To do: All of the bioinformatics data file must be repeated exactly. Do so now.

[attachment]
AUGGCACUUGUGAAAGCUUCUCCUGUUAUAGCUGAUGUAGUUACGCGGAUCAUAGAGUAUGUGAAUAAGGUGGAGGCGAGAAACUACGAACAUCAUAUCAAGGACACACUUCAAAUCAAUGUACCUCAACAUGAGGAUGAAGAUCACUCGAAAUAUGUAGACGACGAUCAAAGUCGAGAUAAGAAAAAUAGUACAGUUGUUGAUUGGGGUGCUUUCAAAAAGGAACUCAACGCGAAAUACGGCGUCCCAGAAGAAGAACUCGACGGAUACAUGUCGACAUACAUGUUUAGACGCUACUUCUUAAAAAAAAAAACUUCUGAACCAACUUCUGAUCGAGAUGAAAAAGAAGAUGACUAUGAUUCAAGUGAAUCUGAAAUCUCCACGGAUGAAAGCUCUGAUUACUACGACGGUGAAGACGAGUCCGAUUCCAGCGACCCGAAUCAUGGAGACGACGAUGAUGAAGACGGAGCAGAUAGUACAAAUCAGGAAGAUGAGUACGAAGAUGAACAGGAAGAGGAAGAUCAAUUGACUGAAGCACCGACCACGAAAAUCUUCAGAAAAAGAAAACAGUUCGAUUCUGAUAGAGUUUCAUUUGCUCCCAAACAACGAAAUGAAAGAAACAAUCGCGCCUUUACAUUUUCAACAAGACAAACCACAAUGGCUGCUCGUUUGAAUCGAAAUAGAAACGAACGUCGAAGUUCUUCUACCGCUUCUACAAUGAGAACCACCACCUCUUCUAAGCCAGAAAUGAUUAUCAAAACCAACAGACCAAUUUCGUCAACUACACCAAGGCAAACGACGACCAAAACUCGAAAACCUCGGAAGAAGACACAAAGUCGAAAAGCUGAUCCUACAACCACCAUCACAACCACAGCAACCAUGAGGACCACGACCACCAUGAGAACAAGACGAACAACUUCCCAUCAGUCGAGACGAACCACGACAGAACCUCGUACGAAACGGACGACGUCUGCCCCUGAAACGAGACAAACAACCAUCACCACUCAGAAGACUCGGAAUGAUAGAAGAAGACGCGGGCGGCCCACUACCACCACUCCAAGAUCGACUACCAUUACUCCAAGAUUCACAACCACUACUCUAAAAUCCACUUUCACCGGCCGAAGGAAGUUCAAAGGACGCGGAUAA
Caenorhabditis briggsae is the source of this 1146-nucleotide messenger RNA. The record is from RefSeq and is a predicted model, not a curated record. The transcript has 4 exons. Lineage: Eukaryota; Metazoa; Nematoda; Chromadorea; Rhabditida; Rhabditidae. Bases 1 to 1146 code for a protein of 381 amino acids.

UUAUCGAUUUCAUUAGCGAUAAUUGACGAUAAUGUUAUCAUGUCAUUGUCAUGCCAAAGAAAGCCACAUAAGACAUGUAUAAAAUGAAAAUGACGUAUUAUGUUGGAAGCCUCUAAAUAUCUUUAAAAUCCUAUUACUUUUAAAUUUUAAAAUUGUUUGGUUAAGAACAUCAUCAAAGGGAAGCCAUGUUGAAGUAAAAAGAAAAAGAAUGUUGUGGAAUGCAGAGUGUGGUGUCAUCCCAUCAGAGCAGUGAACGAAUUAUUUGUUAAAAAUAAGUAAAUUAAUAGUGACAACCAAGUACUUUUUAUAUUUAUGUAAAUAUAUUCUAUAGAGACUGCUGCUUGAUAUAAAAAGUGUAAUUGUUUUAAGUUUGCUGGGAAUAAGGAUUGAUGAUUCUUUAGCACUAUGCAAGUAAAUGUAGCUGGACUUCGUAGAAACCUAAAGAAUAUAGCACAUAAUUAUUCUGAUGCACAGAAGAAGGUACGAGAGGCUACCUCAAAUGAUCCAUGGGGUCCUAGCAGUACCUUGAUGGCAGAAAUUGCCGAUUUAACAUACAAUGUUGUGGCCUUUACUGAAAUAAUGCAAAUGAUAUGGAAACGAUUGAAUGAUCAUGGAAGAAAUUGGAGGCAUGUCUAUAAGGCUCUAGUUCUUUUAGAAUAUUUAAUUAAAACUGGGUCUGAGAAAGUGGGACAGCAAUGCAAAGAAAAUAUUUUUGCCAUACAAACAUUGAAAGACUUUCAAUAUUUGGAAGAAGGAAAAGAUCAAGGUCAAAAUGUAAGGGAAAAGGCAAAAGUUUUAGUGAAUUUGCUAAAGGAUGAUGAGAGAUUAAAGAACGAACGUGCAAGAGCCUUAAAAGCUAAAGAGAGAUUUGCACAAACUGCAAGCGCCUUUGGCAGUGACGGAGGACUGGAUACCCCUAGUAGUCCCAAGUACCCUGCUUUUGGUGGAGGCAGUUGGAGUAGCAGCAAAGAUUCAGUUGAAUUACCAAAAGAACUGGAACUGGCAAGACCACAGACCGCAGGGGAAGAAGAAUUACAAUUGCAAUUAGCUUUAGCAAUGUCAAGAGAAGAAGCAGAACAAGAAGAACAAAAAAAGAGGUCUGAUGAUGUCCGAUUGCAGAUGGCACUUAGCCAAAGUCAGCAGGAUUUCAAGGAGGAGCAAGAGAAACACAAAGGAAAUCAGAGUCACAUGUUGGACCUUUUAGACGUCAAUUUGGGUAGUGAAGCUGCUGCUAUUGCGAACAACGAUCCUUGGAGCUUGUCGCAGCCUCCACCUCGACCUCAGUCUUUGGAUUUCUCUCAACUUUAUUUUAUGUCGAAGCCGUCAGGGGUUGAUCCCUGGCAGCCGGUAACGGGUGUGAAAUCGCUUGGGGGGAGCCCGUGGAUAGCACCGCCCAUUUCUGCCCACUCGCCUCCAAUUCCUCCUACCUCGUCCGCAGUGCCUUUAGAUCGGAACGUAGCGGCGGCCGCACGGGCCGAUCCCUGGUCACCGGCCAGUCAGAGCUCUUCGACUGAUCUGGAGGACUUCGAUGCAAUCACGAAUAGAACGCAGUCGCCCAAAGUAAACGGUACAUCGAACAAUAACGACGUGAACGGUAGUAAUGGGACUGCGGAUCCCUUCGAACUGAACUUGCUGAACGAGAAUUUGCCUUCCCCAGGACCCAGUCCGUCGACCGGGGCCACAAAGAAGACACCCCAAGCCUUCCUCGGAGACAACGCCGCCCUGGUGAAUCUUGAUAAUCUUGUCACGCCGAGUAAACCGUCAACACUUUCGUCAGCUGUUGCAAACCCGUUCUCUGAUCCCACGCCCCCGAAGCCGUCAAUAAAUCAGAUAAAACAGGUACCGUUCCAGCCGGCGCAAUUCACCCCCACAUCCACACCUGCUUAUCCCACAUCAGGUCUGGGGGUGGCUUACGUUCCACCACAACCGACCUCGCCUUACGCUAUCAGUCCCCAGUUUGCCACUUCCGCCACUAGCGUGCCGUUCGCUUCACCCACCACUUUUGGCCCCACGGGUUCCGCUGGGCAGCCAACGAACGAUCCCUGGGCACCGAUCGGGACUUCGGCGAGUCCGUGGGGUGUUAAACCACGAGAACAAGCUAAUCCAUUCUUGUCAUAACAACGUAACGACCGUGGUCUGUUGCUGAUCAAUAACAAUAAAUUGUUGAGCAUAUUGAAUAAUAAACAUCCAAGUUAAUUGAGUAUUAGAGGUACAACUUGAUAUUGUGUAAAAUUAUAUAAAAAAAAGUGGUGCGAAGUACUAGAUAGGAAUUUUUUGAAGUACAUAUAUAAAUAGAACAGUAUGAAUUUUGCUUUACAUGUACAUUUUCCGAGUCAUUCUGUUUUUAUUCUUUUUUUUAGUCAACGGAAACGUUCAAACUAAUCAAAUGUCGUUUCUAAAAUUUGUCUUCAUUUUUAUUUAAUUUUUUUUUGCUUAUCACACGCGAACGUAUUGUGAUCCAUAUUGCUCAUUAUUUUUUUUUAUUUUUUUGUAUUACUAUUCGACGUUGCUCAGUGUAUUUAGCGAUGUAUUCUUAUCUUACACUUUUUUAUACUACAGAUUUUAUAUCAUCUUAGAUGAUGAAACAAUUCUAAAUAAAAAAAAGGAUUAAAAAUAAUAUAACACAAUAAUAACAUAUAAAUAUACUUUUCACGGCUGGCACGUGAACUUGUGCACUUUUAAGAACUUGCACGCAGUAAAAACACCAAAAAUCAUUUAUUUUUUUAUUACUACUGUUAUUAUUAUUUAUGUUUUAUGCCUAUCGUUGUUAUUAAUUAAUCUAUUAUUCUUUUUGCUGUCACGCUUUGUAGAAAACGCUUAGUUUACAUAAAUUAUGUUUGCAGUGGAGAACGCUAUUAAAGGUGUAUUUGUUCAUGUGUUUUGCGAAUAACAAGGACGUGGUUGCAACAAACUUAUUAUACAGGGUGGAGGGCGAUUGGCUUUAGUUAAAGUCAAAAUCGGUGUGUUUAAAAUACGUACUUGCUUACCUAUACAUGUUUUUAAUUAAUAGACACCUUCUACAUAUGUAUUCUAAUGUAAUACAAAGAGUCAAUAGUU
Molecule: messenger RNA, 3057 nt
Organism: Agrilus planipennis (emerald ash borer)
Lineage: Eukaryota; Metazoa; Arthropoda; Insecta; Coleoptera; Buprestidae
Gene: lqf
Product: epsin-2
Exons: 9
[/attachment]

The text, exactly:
AUGGCACUUGUGAAAGCUUCUCCUGUUAUAGCUGAUGUAGUUACGCGGAUCAUAGAGUAUGUGAAUAAGGUGGAGGCGAGAAACUACGAACAUCAUAUCAAGGACACACUUCAAAUCAAUGUACCUCAACAUGAGGAUGAAGAUCACUCGAAAUAUGUAGACGACGAUCAAAGUCGAGAUAAGAAAAAUAGUACAGUUGUUGAUUGGGGUGCUUUCAAAAAGGAACUCAACGCGAAAUACGGCGUCCCAGAAGAAGAACUCGACGGAUACAUGUCGACAUACAUGUUUAGACGCUACUUCUUAAAAAAAAAAACUUCUGAACCAACUUCUGAUCGAGAUGAAAAAGAAGAUGACUAUGAUUCAAGUGAAUCUGAAAUCUCCACGGAUGAAAGCUCUGAUUACUACGACGGUGAAGACGAGUCCGAUUCCAGCGACCCGAAUCAUGGAGACGACGAUGAUGAAGACGGAGCAGAUAGUACAAAUCAGGAAGAUGAGUACGAAGAUGAACAGGAAGAGGAAGAUCAAUUGACUGAAGCACCGACCACGAAAAUCUUCAGAAAAAGAAAACAGUUCGAUUCUGAUAGAGUUUCAUUUGCUCCCAAACAACGAAAUGAAAGAAACAAUCGCGCCUUUACAUUUUCAACAAGACAAACCACAAUGGCUGCUCGUUUGAAUCGAAAUAGAAACGAACGUCGAAGUUCUUCUACCGCUUCUACAAUGAGAACCACCACCUCUUCUAAGCCAGAAAUGAUUAUCAAAACCAACAGACCAAUUUCGUCAACUACACCAAGGCAAACGACGACCAAAACUCGAAAACCUCGGAAGAAGACACAAAGUCGAAAAGCUGAUCCUACAACCACCAUCACAACCACAGCAACCAUGAGGACCACGACCACCAUGAGAACAAGACGAACAACUUCCCAUCAGUCGAGACGAACCACGACAGAACCUCGUACGAAACGGACGACGUCUGCCCCUGAAACGAGACAAACAACCAUCACCACUCAGAAGACUCGGAAUGAUAGAAGAAGACGCGGGCGGCCCACUACCACCACUCCAAGAUCGACUACCAUUACUCCAAGAUUCACAACCACUACUCUAAAAUCCACUUUCACCGGCCGAAGGAAGUUCAAAGGACGCGGAUAA
Caenorhabditis briggsae is the source of this 1146-nucleotide messenger RNA. The record is from RefSeq and is a predicted model, not a curated record. The transcript has 4 exons. Lineage: Eukaryota; Metazoa; Nematoda; Chromadorea; Rhabditida; Rhabditidae. Bases 1 to 1146 code for a protein of 381 amino acids.

UUAUCGAUUUCAUUAGCGAUAAUUGACGAUAAUGUUAUCAUGUCAUUGUCAUGCCAAAGAAAGCCACAUAAGACAUGUAUAAAAUGAAAAUGACGUAUUAUGUUGGAAGCCUCUAAAUAUCUUUAAAAUCCUAUUACUUUUAAAUUUUAAAAUUGUUUGGUUAAGAACAUCAUCAAAGGGAAGCCAUGUUGAAGUAAAAAGAAAAAGAAUGUUGUGGAAUGCAGAGUGUGGUGUCAUCCCAUCAGAGCAGUGAACGAAUUAUUUGUUAAAAAUAAGUAAAUUAAUAGUGACAACCAAGUACUUUUUAUAUUUAUGUAAAUAUAUUCUAUAGAGACUGCUGCUUGAUAUAAAAAGUGUAAUUGUUUUAAGUUUGCUGGGAAUAAGGAUUGAUGAUUCUUUAGCACUAUGCAAGUAAAUGUAGCUGGACUUCGUAGAAACCUAAAGAAUAUAGCACAUAAUUAUUCUGAUGCACAGAAGAAGGUACGAGAGGCUACCUCAAAUGAUCCAUGGGGUCCUAGCAGUACCUUGAUGGCAGAAAUUGCCGAUUUAACAUACAAUGUUGUGGCCUUUACUGAAAUAAUGCAAAUGAUAUGGAAACGAUUGAAUGAUCAUGGAAGAAAUUGGAGGCAUGUCUAUAAGGCUCUAGUUCUUUUAGAAUAUUUAAUUAAAACUGGGUCUGAGAAAGUGGGACAGCAAUGCAAAGAAAAUAUUUUUGCCAUACAAACAUUGAAAGACUUUCAAUAUUUGGAAGAAGGAAAAGAUCAAGGUCAAAAUGUAAGGGAAAAGGCAAAAGUUUUAGUGAAUUUGCUAAAGGAUGAUGAGAGAUUAAAGAACGAACGUGCAAGAGCCUUAAAAGCUAAAGAGAGAUUUGCACAAACUGCAAGCGCCUUUGGCAGUGACGGAGGACUGGAUACCCCUAGUAGUCCCAAGUACCCUGCUUUUGGUGGAGGCAGUUGGAGUAGCAGCAAAGAUUCAGUUGAAUUACCAAAAGAACUGGAACUGGCAAGACCACAGACCGCAGGGGAAGAAGAAUUACAAUUGCAAUUAGCUUUAGCAAUGUCAAGAGAAGAAGCAGAACAAGAAGAACAAAAAAAGAGGUCUGAUGAUGUCCGAUUGCAGAUGGCACUUAGCCAAAGUCAGCAGGAUUUCAAGGAGGAGCAAGAGAAACACAAAGGAAAUCAGAGUCACAUGUUGGACCUUUUAGACGUCAAUUUGGGUAGUGAAGCUGCUGCUAUUGCGAACAACGAUCCUUGGAGCUUGUCGCAGCCUCCACCUCGACCUCAGUCUUUGGAUUUCUCUCAACUUUAUUUUAUGUCGAAGCCGUCAGGGGUUGAUCCCUGGCAGCCGGUAACGGGUGUGAAAUCGCUUGGGGGGAGCCCGUGGAUAGCACCGCCCAUUUCUGCCCACUCGCCUCCAAUUCCUCCUACCUCGUCCGCAGUGCCUUUAGAUCGGAACGUAGCGGCGGCCGCACGGGCCGAUCCCUGGUCACCGGCCAGUCAGAGCUCUUCGACUGAUCUGGAGGACUUCGAUGCAAUCACGAAUAGAACGCAGUCGCCCAAAGUAAACGGUACAUCGAACAAUAACGACGUGAACGGUAGUAAUGGGACUGCGGAUCCCUUCGAACUGAACUUGCUGAACGAGAAUUUGCCUUCCCCAGGACCCAGUCCGUCGACCGGGGCCACAAAGAAGACACCCCAAGCCUUCCUCGGAGACAACGCCGCCCUGGUGAAUCUUGAUAAUCUUGUCACGCCGAGUAAACCGUCAACACUUUCGUCAGCUGUUGCAAACCCGUUCUCUGAUCCCACGCCCCCGAAGCCGUCAAUAAAUCAGAUAAAACAGGUACCGUUCCAGCCGGCGCAAUUCACCCCCACAUCCACACCUGCUUAUCCCACAUCAGGUCUGGGGGUGGCUUACGUUCCACCACAACCGACCUCGCCUUACGCUAUCAGUCCCCAGUUUGCCACUUCCGCCACUAGCGUGCCGUUCGCUUCACCCACCACUUUUGGCCCCACGGGUUCCGCUGGGCAGCCAACGAACGAUCCCUGGGCACCGAUCGGGACUUCGGCGAGUCCGUGGGGUGUUAAACCACGAGAACAAGCUAAUCCAUUCUUGUCAUAACAACGUAACGACCGUGGUCUGUUGCUGAUCAAUAACAAUAAAUUGUUGAGCAUAUUGAAUAAUAAACAUCCAAGUUAAUUGAGUAUUAGAGGUACAACUUGAUAUUGUGUAAAAUUAUAUAAAAAAAAGUGGUGCGAAGUACUAGAUAGGAAUUUUUUGAAGUACAUAUAUAAAUAGAACAGUAUGAAUUUUGCUUUACAUGUACAUUUUCCGAGUCAUUCUGUUUUUAUUCUUUUUUUUAGUCAACGGAAACGUUCAAACUAAUCAAAUGUCGUUUCUAAAAUUUGUCUUCAUUUUUAUUUAAUUUUUUUUUGCUUAUCACACGCGAACGUAUUGUGAUCCAUAUUGCUCAUUAUUUUUUUUUAUUUUUUUGUAUUACUAUUCGACGUUGCUCAGUGUAUUUAGCGAUGUAUUCUUAUCUUACACUUUUUUAUACUACAGAUUUUAUAUCAUCUUAGAUGAUGAAACAAUUCUAAAUAAAAAAAAGGAUUAAAAAUAAUAUAACACAAUAAUAACAUAUAAAUAUACUUUUCACGGCUGGCACGUGAACUUGUGCACUUUUAAGAACUUGCACGCAGUAAAAACACCAAAAAUCAUUUAUUUUUUUAUUACUACUGUUAUUAUUAUUUAUGUUUUAUGCCUAUCGUUGUUAUUAAUUAAUCUAUUAUUCUUUUUGCUGUCACGCUUUGUAGAAAACGCUUAGUUUACAUAAAUUAUGUUUGCAGUGGAGAACGCUAUUAAAGGUGUAUUUGUUCAUGUGUUUUGCGAAUAACAAGGACGUGGUUGCAACAAACUUAUUAUACAGGGUGGAGGGCGAUUGGCUUUAGUUAAAGUCAAAAUCGGUGUGUUUAAAAUACGUACUUGCUUACCUAUACAUGUUUUUAAUUAAUAGACACCUUCUACAUAUGUAUUCUAAUGUAAUACAAAGAGUCAAUAGUU
Molecule: messenger RNA, 3057 nt
Organism: Agrilus planipennis (emerald ash borer)
Lineage: Eukaryota; Metazoa; Arthropoda; Insecta; Coleoptera; Buprestidae
Gene: lqf
Product: epsin-2
Exons: 9